The Land of Israel has been at the heart of Jewish imagination, thought, spiritual teaching, and Jewish yearning since the dawn of our history.It has been central to our visioning even though the Diaspora has been a part of Jewish life and destiny for thousands of years.Certainly, our prophets taught us that God is everywhere. In the words of the prophet Malakhi (1:5): "Great is the Holy One beyond the borders of Israel”.Yet, Israel has always been, and still remains, special to us.Every Passover Seder around the world ends with the words: Next Year in Jerusalem.
The Torah expresses the uniqueness of Israel by assigning us special mitzvoth hateluyot ba'Aretz, special commandments that are to be fulfilled specifically in the Land of Israel.And, in regard to Israel, we read in the book of Deuteronomy (11:12): “It is a land which the Holy One your God looks after, on which the Holy One your God always keeps an eye, from beginning to year’s end”.
Indeed, the values associated with our three Pilgrim Festivals are intrinsically tied to the seasons of the year as they occur in nature in Israel.Thus, Passover, the holiday marking the Exodus from slavery to freedom is also called “Hag HaAviv”– the Spring Holiday; Shavuot, the holiday associated with the giving of the Torah on Mount Sinai is also called “Hag HaBikurim”– the Holiday of the First Fruits; and Sukkot, the holiday associated with God’s loving protection and guidance is also called “Hag HaAsif”– the Holiday of the Ingathering of the Crops from the fields.Each of these holidays has at its base an agricultural theme associated with the Land of Israel, which our Sages coupled with historical and theological themes and their associated values.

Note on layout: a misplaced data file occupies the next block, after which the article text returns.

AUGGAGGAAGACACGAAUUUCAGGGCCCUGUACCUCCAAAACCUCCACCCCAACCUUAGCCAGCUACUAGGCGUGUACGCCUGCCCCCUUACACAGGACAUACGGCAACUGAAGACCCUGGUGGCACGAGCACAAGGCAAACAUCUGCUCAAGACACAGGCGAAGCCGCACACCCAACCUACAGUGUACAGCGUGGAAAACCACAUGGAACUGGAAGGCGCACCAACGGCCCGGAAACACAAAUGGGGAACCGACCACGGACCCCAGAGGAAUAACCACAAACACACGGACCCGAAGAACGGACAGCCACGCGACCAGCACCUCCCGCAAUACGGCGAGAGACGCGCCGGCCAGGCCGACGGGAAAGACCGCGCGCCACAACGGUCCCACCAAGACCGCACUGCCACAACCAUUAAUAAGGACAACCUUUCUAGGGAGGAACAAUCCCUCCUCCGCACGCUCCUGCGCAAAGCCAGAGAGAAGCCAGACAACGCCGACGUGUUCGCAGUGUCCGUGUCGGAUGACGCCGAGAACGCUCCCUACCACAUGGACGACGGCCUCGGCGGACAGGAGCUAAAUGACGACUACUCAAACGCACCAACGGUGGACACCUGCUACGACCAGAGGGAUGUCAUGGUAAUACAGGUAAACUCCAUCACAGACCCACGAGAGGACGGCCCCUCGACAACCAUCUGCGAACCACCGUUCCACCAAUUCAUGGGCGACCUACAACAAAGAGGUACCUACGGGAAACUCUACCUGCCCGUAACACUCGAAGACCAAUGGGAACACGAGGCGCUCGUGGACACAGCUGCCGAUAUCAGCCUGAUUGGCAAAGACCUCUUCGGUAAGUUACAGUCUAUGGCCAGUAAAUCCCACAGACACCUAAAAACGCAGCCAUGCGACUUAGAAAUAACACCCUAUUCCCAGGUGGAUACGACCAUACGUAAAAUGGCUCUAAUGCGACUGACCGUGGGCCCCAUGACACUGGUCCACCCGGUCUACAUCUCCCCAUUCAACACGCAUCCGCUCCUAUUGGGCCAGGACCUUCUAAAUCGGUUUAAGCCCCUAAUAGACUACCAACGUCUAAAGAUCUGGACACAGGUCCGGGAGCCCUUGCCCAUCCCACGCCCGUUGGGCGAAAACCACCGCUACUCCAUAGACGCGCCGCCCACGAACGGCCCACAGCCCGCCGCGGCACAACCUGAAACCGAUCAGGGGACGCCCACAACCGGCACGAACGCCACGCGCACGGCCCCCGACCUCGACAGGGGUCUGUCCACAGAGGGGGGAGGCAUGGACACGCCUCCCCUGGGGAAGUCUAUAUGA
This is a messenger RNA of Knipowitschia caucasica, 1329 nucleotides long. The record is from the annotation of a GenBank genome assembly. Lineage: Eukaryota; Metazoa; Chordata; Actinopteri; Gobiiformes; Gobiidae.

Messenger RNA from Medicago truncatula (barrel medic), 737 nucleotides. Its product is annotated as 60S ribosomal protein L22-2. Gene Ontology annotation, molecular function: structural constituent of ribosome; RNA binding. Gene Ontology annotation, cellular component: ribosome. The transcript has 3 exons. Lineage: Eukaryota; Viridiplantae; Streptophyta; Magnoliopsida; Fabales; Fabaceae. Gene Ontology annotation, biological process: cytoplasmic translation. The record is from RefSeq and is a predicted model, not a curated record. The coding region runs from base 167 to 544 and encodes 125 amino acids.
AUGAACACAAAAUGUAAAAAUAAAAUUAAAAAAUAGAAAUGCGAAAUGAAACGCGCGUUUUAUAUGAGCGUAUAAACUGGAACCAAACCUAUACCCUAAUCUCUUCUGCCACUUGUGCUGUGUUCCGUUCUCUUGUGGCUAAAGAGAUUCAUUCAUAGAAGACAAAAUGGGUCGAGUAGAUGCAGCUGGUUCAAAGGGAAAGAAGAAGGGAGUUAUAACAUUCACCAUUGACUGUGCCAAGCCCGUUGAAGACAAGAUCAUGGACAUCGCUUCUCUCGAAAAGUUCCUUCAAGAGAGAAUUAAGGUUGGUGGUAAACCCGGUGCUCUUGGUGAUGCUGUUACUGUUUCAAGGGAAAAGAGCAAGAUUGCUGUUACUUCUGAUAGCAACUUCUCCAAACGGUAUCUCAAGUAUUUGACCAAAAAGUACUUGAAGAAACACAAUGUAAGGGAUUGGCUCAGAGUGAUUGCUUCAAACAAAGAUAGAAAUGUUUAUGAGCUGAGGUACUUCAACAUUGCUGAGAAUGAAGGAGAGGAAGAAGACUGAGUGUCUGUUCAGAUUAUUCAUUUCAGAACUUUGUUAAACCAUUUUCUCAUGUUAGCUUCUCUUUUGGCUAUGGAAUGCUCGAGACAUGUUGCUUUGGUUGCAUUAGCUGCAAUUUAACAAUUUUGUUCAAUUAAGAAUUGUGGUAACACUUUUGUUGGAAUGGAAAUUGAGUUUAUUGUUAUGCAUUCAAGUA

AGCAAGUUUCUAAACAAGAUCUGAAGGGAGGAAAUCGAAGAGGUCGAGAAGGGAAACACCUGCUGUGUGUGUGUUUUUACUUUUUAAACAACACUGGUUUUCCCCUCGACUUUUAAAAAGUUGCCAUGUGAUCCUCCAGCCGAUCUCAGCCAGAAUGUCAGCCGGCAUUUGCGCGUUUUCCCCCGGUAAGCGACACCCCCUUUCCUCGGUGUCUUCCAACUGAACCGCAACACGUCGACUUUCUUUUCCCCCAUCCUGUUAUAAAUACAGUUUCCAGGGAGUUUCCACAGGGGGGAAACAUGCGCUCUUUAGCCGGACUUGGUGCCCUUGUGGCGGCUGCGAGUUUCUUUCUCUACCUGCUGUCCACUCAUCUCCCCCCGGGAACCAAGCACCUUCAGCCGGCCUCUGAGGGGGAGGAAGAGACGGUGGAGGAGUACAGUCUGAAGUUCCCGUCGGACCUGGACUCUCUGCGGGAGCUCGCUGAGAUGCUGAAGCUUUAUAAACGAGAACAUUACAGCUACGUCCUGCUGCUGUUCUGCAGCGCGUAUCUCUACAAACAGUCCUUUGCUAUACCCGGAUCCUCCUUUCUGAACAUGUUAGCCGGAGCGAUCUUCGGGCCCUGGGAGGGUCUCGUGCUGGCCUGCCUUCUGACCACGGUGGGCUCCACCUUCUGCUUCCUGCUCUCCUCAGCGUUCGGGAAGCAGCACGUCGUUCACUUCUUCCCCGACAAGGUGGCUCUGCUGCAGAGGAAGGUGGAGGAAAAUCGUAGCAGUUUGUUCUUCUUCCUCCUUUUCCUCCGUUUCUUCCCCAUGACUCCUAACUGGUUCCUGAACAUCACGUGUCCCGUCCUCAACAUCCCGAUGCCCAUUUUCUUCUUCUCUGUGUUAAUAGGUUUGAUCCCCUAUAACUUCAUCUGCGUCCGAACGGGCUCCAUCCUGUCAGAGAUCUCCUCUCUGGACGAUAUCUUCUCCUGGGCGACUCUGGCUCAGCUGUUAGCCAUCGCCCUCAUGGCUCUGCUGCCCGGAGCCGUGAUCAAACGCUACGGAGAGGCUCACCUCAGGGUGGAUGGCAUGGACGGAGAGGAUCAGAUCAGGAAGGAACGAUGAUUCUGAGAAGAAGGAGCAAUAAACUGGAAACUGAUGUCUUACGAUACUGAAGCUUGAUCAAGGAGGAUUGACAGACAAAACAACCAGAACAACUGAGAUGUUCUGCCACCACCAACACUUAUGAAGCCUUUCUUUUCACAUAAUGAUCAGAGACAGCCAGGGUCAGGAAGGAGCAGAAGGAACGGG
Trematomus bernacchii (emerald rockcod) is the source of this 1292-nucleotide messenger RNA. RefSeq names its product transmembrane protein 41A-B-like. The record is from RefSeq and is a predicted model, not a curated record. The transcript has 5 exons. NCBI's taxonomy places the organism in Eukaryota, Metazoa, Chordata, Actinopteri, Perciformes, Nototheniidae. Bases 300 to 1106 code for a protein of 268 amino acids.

Thus, throughout the ages, as Jews, we continued to place an awareness of Israel at the center of our spiritual lives and ritual observances.
Many of our Sages considered aliyah (the spiritual decision to live in Israel) to be a mitzvah.Others simply encouraged us to keep aliyahin mind as a religious aspiration.Yet, of necessity or by choice, some of our people live, and have lived throughout the centuries of our history, outside of the Land of Israel.
During the period of the Babylonian exile, the prophet Jeremiah (29:4-7) told our people in Babylon that it was God’s will that they settle into their new homes and build their lives as integral parts of their new environment.But, he also made a point of reiterating his belief that we would one day return to the Land and rebuild our lives there (Jeremiah 32:9-15).